This Love is not an airy, superficial love, it does not imply that ‘anything goes’ as in the period of the 1960’s for example-do what you will was the prevailing belief, or today with quick fix man made religions/new age systems of belief. This love is a life changing powerful love, lived out and expressed in accordance with Scripture and guided by the Holy Spirit and It is the failure to live in this way that has brought the world to it’s present state, a disobedient people turned from God’s truth and destroying Gods creation.

The world chooses the delusion that needs will be satisfied in full by technology and science, yet the real need is ignored, spiritual need from which all others needs are truly met.

Love means caring about others, this means that Love may sometimes demand of us placing ourselves in the firing line or, giving a stern word or rebuke as the occasion demands, or be seen as politically incorrect by others/society. However, in the world today the emphasis is on individualism, and ‘individual rights’ and it runs counter to the societal norm for anyone to speak out in a way that is seen as diminishing this notion that  as individuals we can behave as we please and no one has a right to gainsay what we do or say. As Christ’s ‘Friends’ we may well be called to speak out on matters that contravene God’s laws regardless of what others think of this.

This type of individualism however runs counter to serving God, as this means pursuing one’s own way without God’s guidance and setting up modern forms of idolatry and false Gods – money, ambition, success, egoism, inappropriate use of and reliance on technology. The world has not changed much since the time of Christ except that there are fewer people of faith today than then. To paraphrase early Friends again, Satan still stalks the earth, evil is abroad in the world, and the Lamb’s war continues though his army seems fewer in numbers today.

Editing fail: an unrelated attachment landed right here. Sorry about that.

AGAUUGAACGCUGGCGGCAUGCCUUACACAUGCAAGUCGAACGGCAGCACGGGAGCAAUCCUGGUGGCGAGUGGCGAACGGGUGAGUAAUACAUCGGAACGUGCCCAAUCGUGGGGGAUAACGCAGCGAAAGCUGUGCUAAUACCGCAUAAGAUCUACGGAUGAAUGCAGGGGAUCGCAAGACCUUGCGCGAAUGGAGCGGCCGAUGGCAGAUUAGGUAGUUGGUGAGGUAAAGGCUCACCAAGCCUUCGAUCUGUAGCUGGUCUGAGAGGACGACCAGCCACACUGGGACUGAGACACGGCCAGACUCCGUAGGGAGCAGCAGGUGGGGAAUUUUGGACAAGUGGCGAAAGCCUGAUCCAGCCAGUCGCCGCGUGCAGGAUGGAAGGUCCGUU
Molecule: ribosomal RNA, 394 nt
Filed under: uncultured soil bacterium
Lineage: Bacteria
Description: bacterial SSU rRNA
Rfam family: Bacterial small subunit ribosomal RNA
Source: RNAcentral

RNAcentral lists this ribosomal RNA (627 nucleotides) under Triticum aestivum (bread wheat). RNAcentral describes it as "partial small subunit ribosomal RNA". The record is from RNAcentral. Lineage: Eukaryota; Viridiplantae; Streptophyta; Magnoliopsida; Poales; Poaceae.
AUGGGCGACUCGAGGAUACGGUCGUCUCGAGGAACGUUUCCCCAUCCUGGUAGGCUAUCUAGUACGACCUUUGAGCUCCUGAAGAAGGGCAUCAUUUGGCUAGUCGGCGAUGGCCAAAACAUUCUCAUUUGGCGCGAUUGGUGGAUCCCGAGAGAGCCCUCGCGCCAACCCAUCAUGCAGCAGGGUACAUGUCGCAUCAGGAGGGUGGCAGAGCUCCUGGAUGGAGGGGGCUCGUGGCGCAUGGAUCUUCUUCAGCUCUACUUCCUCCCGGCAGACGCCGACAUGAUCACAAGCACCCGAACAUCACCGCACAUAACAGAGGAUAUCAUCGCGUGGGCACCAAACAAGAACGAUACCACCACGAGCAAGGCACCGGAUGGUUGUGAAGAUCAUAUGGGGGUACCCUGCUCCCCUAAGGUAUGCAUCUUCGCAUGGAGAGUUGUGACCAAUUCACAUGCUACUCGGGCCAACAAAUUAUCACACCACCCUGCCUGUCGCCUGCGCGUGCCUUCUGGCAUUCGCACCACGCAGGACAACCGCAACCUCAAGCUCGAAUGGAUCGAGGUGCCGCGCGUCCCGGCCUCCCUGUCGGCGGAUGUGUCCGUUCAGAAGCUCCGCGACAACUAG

The Gospel of Christ is probably even more necessary today than at any time in our history. If we see someone acting in a way as to cause harm to himself or others Love may demand us speak out – not in judgement but to point out the error in their conduct for the benefit of all concerned so that they do not cause harm through ignorance of what they are doing and its consequences. For example, a child putting its hand up to a pot of boiling water, the parent may shout at the child and grab its hand with force, causing the child to cry. But such an act is done with love, not seeking to distress or hurt the child, but to prevent the causing of serious harm. God loves us the same way, he may rebuke us, or deal us a strong lesson because he Loves us and wants to free us from sin and error which prevents us from coming closer to him.

God in turn demands of his people, that in obedience to his call, they rebuke and act to free others from sin and error in order to lead them closer to God. We are called to return blows with love, to the world this seems an odd response, but to do otherwise only perpetuates cycles of violence, retaliation which are forms of sin, and conflicts with Christian Love and Christ’s command to keep the commandments of Moses, and to Love one another, and forgive our enemies. “He that hath my commandments, and keepeth them, he it is that loveth me: and he that loveth me shall be loved of my Father, and I will love him, and will manifest myself to him.”